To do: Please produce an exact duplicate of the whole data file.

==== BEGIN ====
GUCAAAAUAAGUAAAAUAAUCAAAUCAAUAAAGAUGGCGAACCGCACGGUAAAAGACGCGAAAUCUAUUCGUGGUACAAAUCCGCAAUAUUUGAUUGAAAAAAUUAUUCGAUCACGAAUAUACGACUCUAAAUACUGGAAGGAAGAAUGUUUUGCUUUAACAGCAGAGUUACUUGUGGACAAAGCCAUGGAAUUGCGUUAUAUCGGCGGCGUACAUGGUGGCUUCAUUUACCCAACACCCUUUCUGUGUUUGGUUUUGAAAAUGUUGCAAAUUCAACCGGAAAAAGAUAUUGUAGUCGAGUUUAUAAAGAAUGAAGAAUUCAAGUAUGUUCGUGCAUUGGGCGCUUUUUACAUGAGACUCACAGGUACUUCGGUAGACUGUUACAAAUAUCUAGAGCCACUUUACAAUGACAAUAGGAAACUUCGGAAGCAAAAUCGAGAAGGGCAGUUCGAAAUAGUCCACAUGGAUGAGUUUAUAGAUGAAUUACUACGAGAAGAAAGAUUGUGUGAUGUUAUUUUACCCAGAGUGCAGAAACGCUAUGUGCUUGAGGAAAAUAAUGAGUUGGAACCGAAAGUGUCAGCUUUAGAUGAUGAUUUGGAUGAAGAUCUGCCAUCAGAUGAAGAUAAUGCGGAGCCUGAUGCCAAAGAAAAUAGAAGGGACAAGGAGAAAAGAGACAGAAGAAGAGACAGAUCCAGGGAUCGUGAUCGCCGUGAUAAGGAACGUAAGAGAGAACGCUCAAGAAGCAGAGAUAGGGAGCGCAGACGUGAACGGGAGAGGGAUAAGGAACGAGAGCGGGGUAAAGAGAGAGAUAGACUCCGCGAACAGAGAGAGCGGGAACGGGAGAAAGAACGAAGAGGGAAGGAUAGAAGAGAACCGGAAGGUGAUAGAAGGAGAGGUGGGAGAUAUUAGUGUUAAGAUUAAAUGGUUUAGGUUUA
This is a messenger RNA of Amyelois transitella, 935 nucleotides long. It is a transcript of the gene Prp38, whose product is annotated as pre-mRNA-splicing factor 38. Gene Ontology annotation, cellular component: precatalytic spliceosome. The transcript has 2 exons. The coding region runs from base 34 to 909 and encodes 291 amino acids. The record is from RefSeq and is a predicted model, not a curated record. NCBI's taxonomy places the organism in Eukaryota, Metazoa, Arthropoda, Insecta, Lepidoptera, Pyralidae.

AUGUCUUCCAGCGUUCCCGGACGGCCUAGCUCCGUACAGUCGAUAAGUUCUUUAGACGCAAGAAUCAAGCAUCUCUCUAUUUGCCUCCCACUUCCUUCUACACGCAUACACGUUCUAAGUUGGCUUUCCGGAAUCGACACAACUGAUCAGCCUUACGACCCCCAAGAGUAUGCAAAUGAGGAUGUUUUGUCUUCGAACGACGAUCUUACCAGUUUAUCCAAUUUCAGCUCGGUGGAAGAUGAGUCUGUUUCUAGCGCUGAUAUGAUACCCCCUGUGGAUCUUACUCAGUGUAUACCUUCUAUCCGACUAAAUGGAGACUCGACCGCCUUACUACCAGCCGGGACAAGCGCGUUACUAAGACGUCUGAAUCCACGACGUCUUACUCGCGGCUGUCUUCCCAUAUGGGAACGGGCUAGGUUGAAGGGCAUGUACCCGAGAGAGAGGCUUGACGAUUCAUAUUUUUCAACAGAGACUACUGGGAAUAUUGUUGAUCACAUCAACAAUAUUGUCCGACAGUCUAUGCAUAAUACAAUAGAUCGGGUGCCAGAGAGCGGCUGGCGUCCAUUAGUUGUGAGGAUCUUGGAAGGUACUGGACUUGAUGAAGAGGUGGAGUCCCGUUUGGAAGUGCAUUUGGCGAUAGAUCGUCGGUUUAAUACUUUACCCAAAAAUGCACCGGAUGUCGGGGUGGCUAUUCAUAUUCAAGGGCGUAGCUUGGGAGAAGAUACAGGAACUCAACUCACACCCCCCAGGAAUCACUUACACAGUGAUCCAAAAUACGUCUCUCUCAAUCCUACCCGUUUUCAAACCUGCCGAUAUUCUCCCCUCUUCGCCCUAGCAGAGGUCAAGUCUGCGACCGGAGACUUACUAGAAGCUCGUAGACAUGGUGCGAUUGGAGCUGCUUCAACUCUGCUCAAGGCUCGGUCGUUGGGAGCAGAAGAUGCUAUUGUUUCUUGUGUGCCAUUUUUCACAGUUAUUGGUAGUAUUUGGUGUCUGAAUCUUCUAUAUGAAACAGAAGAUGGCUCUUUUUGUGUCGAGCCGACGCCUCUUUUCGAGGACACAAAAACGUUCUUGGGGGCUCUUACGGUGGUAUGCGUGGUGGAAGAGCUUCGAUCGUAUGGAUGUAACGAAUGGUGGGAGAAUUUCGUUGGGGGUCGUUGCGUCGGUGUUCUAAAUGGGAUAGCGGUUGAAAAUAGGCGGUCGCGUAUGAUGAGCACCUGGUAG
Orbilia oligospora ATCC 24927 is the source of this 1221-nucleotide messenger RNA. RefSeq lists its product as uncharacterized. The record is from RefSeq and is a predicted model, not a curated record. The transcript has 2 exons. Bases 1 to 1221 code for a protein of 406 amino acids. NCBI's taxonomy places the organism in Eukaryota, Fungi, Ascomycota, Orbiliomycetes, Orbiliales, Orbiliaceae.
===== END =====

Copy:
GUCAAAAUAAGUAAAAUAAUCAAAUCAAUAAAGAUGGCGAACCGCACGGUAAAAGACGCGAAAUCUAUUCGUGGUACAAAUCCGCAAUAUUUGAUUGAAAAAAUUAUUCGAUCACGAAUAUACGACUCUAAAUACUGGAAGGAAGAAUGUUUUGCUUUAACAGCAGAGUUACUUGUGGACAAAGCCAUGGAAUUGCGUUAUAUCGGCGGCGUACAUGGUGGCUUCAUUUACCCAACACCCUUUCUGUGUUUGGUUUUGAAAAUGUUGCAAAUUCAACCGGAAAAAGAUAUUGUAGUCGAGUUUAUAAAGAAUGAAGAAUUCAAGUAUGUUCGUGCAUUGGGCGCUUUUUACAUGAGACUCACAGGUACUUCGGUAGACUGUUACAAAUAUCUAGAGCCACUUUACAAUGACAAUAGGAAACUUCGGAAGCAAAAUCGAGAAGGGCAGUUCGAAAUAGUCCACAUGGAUGAGUUUAUAGAUGAAUUACUACGAGAAGAAAGAUUGUGUGAUGUUAUUUUACCCAGAGUGCAGAAACGCUAUGUGCUUGAGGAAAAUAAUGAGUUGGAACCGAAAGUGUCAGCUUUAGAUGAUGAUUUGGAUGAAGAUCUGCCAUCAGAUGAAGAUAAUGCGGAGCCUGAUGCCAAAGAAAAUAGAAGGGACAAGGAGAAAAGAGACAGAAGAAGAGACAGAUCCAGGGAUCGUGAUCGCCGUGAUAAGGAACGUAAGAGAGAACGCUCAAGAAGCAGAGAUAGGGAGCGCAGACGUGAACGGGAGAGGGAUAAGGAACGAGAGCGGGGUAAAGAGAGAGAUAGACUCCGCGAACAGAGAGAGCGGGAACGGGAGAAAGAACGAAGAGGGAAGGAUAGAAGAGAACCGGAAGGUGAUAGAAGGAGAGGUGGGAGAUAUUAGUGUUAAGAUUAAAUGGUUUAGGUUUA
This is a messenger RNA of Amyelois transitella, 935 nucleotides long. It is a transcript of the gene Prp38, whose product is annotated as pre-mRNA-splicing factor 38. Gene Ontology annotation, cellular component: precatalytic spliceosome. The transcript has 2 exons. The coding region runs from base 34 to 909 and encodes 291 amino acids. The record is from RefSeq and is a predicted model, not a curated record. NCBI's taxonomy places the organism in Eukaryota, Metazoa, Arthropoda, Insecta, Lepidoptera, Pyralidae.

AUGUCUUCCAGCGUUCCCGGACGGCCUAGCUCCGUACAGUCGAUAAGUUCUUUAGACGCAAGAAUCAAGCAUCUCUCUAUUUGCCUCCCACUUCCUUCUACACGCAUACACGUUCUAAGUUGGCUUUCCGGAAUCGACACAACUGAUCAGCCUUACGACCCCCAAGAGUAUGCAAAUGAGGAUGUUUUGUCUUCGAACGACGAUCUUACCAGUUUAUCCAAUUUCAGCUCGGUGGAAGAUGAGUCUGUUUCUAGCGCUGAUAUGAUACCCCCUGUGGAUCUUACUCAGUGUAUACCUUCUAUCCGACUAAAUGGAGACUCGACCGCCUUACUACCAGCCGGGACAAGCGCGUUACUAAGACGUCUGAAUCCACGACGUCUUACUCGCGGCUGUCUUCCCAUAUGGGAACGGGCUAGGUUGAAGGGCAUGUACCCGAGAGAGAGGCUUGACGAUUCAUAUUUUUCAACAGAGACUACUGGGAAUAUUGUUGAUCACAUCAACAAUAUUGUCCGACAGUCUAUGCAUAAUACAAUAGAUCGGGUGCCAGAGAGCGGCUGGCGUCCAUUAGUUGUGAGGAUCUUGGAAGGUACUGGACUUGAUGAAGAGGUGGAGUCCCGUUUGGAAGUGCAUUUGGCGAUAGAUCGUCGGUUUAAUACUUUACCCAAAAAUGCACCGGAUGUCGGGGUGGCUAUUCAUAUUCAAGGGCGUAGCUUGGGAGAAGAUACAGGAACUCAACUCACACCCCCCAGGAAUCACUUACACAGUGAUCCAAAAUACGUCUCUCUCAAUCCUACCCGUUUUCAAACCUGCCGAUAUUCUCCCCUCUUCGCCCUAGCAGAGGUCAAGUCUGCGACCGGAGACUUACUAGAAGCUCGUAGACAUGGUGCGAUUGGAGCUGCUUCAACUCUGCUCAAGGCUCGGUCGUUGGGAGCAGAAGAUGCUAUUGUUUCUUGUGUGCCAUUUUUCACAGUUAUUGGUAGUAUUUGGUGUCUGAAUCUUCUAUAUGAAACAGAAGAUGGCUCUUUUUGUGUCGAGCCGACGCCUCUUUUCGAGGACACAAAAACGUUCUUGGGGGCUCUUACGGUGGUAUGCGUGGUGGAAGAGCUUCGAUCGUAUGGAUGUAACGAAUGGUGGGAGAAUUUCGUUGGGGGUCGUUGCGUCGGUGUUCUAAAUGGGAUAGCGGUUGAAAAUAGGCGGUCGCGUAUGAUGAGCACCUGGUAG
Orbilia oligospora ATCC 24927 is the source of this 1221-nucleotide messenger RNA. RefSeq lists its product as uncharacterized. The record is from RefSeq and is a predicted model, not a curated record. The transcript has 2 exons. Bases 1 to 1221 code for a protein of 406 amino acids. NCBI's taxonomy places the organism in Eukaryota, Fungi, Ascomycota, Orbiliomycetes, Orbiliales, Orbiliaceae.